Sleep Disorders Community
4.95k Members
Avatar universal

Deviated Septum and Periodic Limb Movement Disorder

I have recently discovered that I suffer of Periodic Limb Movement Disorder. Also, I discovered that I have a very deviated septum. My doctor says that if I have a surgery to correct my septum and breath properly while sleeping, the PLMD could also go away. Is this true? If a mild apnea like mine (actually is hypoapnea) is cured, could I also heal the limb movement?

Please help. Please.
Thank you.
4 Responses
Avatar universal
Maybe.  You'd just have to try it and see.  Another thing you could try, just to see, would be to do everything you can to reduce systemic inflammation.  Consider going on a paleo diet.  I know it sounds weird, but try it; you'll like it.  Even going gluten-free, without the full paleo regimen, could help.  Good luck.
Avatar universal
I've been thinking about this some more.  I believe I would do the surgery, if I were you.  My dietary advice still stands, but there is nothing about the diet that can fix a deviated septum.  If the deviated septum is preventing you from breathing properly during sleep, then I think you should do what you need to do to get it fixed.  Then you can ALSO address systemic inflammation, if you are still having symptoms.  Again, best of luck.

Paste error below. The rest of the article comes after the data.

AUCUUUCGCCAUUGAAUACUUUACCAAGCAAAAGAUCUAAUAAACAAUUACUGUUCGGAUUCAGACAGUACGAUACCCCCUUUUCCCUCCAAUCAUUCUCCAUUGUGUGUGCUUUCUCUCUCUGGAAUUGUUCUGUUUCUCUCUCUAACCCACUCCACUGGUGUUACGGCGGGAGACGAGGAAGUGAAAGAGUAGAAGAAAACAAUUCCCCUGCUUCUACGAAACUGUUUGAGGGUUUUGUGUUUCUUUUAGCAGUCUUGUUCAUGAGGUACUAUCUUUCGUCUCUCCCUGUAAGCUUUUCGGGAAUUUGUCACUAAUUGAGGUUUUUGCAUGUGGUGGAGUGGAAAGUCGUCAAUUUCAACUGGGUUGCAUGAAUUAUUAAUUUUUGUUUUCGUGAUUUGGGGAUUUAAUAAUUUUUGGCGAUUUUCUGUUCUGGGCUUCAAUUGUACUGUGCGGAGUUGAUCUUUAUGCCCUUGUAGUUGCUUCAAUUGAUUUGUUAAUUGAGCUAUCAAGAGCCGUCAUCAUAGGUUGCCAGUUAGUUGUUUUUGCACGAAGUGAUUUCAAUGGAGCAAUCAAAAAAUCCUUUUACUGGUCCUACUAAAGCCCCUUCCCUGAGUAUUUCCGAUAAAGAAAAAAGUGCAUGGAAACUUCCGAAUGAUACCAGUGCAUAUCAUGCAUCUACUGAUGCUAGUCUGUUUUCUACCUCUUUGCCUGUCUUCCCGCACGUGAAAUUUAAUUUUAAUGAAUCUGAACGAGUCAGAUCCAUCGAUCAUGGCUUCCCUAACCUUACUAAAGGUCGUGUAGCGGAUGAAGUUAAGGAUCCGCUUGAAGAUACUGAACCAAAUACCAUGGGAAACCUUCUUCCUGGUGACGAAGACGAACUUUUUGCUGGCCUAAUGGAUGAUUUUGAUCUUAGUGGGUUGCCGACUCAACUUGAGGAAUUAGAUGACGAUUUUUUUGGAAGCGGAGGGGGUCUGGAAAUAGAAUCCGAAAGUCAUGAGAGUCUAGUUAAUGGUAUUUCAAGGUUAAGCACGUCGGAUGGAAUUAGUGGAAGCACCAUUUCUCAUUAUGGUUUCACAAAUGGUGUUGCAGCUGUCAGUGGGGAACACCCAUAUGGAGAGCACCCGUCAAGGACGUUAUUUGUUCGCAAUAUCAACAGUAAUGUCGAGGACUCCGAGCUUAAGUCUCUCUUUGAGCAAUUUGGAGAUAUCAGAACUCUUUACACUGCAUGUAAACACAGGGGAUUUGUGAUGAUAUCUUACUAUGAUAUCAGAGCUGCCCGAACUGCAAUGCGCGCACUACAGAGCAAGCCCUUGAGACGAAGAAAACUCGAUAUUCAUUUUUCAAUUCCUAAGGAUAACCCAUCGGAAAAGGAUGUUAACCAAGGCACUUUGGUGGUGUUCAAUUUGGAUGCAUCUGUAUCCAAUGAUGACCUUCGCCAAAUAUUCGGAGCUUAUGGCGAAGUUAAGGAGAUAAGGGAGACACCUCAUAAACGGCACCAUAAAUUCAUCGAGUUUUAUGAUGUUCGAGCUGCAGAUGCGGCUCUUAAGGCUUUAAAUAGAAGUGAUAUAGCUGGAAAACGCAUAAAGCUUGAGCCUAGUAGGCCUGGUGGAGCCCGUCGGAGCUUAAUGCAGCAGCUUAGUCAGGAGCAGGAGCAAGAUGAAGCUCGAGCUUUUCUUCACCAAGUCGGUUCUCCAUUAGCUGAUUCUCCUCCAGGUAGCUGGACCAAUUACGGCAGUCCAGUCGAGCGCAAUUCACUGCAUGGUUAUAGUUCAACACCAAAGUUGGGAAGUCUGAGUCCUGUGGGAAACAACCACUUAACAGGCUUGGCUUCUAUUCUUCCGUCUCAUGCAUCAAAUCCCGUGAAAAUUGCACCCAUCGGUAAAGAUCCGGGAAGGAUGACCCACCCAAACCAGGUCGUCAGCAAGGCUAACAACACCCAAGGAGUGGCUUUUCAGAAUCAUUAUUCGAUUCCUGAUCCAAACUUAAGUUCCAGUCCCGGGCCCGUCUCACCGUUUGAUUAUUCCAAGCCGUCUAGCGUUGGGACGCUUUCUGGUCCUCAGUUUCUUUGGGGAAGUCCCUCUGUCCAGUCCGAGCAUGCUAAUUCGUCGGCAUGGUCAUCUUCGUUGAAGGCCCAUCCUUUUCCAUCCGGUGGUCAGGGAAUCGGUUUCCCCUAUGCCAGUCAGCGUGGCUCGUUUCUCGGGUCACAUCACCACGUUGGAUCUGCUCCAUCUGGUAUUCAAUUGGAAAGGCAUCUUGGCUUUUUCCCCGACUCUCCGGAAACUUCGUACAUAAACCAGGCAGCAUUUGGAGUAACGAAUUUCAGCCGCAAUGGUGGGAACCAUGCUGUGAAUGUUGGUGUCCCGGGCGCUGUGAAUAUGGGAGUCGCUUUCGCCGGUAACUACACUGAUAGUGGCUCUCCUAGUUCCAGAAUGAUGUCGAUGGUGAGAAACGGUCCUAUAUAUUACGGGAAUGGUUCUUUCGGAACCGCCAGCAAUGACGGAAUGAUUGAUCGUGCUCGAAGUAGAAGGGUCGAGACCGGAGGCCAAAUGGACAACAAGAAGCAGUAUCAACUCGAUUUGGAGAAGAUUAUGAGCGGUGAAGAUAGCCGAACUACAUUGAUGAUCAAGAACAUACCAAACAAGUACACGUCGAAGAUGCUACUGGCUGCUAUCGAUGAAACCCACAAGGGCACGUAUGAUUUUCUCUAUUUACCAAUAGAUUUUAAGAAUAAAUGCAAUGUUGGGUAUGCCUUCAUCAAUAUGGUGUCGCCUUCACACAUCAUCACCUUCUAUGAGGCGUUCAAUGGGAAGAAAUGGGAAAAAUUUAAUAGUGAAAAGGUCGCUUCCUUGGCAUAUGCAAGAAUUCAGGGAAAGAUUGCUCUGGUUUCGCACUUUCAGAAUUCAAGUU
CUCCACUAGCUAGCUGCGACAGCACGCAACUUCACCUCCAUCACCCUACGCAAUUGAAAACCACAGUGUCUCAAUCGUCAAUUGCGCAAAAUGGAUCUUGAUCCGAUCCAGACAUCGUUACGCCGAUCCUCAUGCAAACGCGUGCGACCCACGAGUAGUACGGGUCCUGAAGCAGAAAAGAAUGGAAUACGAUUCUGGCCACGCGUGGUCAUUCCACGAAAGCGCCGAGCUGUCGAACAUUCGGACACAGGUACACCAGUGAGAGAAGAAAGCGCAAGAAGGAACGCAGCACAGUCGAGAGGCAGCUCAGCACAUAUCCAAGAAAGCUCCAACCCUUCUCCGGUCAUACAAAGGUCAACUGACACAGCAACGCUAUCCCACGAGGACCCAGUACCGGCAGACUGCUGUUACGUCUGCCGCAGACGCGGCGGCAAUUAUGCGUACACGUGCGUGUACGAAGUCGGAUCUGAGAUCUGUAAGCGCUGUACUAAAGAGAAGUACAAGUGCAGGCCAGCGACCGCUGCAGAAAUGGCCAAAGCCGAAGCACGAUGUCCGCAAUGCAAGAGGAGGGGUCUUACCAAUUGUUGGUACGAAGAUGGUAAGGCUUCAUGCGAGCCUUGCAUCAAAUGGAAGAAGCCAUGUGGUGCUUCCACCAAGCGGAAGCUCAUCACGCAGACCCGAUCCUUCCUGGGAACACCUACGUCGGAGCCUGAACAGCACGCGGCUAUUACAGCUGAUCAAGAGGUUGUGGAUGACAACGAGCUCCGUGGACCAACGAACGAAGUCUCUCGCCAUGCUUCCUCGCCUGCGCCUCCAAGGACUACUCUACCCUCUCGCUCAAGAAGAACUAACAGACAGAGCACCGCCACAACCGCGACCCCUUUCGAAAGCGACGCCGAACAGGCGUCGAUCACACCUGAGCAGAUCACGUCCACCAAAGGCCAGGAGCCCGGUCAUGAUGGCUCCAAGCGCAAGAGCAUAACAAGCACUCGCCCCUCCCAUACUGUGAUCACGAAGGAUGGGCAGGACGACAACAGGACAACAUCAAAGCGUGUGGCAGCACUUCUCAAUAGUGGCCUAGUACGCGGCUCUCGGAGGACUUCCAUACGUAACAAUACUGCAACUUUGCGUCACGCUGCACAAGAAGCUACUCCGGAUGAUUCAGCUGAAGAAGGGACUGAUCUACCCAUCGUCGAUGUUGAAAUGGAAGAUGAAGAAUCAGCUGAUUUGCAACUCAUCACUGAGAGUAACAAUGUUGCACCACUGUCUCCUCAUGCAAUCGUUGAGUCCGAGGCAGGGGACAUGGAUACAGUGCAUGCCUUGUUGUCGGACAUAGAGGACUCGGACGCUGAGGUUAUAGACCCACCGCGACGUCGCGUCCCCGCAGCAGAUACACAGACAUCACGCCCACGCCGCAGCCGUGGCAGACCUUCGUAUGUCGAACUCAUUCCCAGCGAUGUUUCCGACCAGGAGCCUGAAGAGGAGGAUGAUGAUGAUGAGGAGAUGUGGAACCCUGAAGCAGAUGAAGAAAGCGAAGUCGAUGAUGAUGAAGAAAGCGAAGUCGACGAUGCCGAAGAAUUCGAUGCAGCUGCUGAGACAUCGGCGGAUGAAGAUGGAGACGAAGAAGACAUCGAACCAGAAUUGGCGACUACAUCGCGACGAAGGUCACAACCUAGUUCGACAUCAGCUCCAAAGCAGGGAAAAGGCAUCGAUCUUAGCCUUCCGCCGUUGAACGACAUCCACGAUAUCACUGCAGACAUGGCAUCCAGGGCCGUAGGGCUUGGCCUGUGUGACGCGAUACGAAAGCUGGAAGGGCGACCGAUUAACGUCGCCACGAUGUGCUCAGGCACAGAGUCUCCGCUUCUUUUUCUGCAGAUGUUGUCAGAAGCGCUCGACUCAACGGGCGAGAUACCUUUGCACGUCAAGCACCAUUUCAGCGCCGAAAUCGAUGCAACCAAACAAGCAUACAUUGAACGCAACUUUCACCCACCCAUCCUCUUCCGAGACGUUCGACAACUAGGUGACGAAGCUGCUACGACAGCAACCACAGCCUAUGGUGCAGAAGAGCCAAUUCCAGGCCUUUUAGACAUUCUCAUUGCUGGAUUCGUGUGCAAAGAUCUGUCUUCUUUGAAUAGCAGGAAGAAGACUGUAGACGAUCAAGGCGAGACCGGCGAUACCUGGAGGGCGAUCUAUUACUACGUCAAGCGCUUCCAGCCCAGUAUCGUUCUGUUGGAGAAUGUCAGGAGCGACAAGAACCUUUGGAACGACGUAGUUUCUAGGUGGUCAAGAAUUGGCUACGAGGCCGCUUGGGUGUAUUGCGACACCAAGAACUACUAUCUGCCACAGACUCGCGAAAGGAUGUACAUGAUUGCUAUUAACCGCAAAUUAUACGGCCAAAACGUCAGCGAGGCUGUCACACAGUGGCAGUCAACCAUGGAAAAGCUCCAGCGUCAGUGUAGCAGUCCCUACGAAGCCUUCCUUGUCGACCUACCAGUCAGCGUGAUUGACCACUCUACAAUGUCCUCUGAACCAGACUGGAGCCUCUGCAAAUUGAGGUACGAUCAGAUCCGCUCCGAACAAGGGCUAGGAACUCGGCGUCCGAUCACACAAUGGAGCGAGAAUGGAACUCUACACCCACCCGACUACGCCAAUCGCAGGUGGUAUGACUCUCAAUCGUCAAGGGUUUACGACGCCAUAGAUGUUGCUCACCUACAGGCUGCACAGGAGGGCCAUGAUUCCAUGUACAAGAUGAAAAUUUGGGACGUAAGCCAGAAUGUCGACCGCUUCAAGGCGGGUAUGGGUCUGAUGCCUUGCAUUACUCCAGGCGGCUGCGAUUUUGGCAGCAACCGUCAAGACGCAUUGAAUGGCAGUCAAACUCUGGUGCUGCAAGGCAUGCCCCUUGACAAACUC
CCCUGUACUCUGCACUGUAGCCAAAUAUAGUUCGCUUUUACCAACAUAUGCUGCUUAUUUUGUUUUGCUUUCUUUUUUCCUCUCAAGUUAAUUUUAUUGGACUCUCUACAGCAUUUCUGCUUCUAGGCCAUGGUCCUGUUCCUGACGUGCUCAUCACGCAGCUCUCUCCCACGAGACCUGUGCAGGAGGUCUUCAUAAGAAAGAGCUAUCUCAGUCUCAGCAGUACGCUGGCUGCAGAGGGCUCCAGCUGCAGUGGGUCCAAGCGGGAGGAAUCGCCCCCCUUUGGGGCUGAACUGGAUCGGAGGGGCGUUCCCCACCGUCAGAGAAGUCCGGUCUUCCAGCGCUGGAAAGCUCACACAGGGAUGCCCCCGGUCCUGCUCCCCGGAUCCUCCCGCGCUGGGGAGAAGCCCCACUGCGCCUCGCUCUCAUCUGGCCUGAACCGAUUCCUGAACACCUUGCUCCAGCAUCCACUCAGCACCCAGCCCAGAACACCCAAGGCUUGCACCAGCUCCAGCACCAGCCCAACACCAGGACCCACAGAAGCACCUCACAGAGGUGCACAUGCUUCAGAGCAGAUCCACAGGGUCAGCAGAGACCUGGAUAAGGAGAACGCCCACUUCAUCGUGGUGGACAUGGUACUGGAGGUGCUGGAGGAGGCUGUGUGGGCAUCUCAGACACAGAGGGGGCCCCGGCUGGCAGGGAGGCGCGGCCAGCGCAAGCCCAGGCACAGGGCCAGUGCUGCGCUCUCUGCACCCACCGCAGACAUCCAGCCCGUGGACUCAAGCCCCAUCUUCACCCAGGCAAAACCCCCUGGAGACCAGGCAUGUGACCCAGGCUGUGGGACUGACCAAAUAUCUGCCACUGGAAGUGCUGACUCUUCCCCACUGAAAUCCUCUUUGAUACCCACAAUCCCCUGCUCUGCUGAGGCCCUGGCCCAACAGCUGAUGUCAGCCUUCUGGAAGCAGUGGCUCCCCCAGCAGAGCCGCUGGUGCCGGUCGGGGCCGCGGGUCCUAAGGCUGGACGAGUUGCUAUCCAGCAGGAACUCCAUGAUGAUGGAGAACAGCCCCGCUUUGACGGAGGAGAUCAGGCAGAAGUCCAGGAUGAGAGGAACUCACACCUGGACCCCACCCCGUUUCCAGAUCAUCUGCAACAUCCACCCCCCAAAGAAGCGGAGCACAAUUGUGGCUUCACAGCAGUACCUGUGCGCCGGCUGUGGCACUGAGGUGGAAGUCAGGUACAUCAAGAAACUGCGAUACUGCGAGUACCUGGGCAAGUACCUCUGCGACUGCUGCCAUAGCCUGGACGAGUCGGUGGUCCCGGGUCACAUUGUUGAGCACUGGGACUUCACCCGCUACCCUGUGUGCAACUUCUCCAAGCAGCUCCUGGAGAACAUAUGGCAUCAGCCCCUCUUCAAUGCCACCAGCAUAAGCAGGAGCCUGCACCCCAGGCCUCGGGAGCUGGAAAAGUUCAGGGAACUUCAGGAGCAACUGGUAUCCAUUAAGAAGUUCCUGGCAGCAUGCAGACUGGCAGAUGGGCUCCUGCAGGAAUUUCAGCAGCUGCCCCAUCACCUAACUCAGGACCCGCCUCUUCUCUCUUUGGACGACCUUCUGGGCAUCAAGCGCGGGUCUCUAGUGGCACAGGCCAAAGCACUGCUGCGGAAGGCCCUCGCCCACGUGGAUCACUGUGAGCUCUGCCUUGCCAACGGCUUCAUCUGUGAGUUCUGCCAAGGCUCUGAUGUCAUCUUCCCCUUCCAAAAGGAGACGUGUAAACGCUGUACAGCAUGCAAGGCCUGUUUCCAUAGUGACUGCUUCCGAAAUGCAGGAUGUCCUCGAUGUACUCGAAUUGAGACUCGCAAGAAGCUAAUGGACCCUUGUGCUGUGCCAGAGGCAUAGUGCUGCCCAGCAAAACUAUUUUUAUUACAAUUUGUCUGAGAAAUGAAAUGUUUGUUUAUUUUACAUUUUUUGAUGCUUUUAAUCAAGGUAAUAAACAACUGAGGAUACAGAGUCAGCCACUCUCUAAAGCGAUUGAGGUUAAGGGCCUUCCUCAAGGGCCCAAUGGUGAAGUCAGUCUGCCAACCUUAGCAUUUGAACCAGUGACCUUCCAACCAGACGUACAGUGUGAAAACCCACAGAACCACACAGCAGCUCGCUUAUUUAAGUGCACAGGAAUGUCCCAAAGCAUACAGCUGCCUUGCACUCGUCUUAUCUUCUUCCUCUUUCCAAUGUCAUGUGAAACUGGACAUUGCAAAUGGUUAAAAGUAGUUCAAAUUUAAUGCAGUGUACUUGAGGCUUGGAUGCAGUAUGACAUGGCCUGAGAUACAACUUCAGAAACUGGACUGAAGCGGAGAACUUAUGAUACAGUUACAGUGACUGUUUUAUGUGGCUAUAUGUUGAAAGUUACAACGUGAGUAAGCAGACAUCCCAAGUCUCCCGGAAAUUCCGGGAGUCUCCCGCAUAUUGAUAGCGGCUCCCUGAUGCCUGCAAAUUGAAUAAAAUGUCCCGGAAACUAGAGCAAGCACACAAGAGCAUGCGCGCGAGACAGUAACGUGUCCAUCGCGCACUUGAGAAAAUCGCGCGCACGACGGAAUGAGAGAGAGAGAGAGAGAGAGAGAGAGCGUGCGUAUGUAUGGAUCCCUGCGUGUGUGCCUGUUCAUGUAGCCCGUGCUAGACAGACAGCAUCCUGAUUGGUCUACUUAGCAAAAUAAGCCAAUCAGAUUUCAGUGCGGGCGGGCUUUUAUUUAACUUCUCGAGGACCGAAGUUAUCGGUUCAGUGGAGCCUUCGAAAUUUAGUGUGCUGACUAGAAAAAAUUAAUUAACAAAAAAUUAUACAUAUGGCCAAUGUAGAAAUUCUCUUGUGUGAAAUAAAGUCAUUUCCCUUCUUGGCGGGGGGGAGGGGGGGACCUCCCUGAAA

Avatar universal
Hi Skydnsr,
Sorry for not coming back to you until now, I've been traveling and celebrating with my family the festivities.

Thank you very much for taking time to reply to my case. And I agree with you about the fact that I should have the surgery.

I will have a look at the diet, but I live in a place where to do that is difficult.

Let's hope for the best!

Thank you again and have a great 2014.

All the best,

Avatar universal
Thanks for the come-back, happy new year to you too, and let us know how things go with your sleep issues!
Have an Answer?
Didn't find the answer you were looking for?
Ask a question
Popular Resources
Healing home remedies for common ailments
Dr. Steven Park reveals 5 reasons why breathing through your nose could change your life
Want to wake up rested and refreshed?
For people with Obsessive-Compulsive Disorder (OCD), the COVID-19 pandemic can be particularly challenging.
A list of national and international resources and hotlines to help connect you to needed health and medical services.
Here’s how your baby’s growing in your body each week.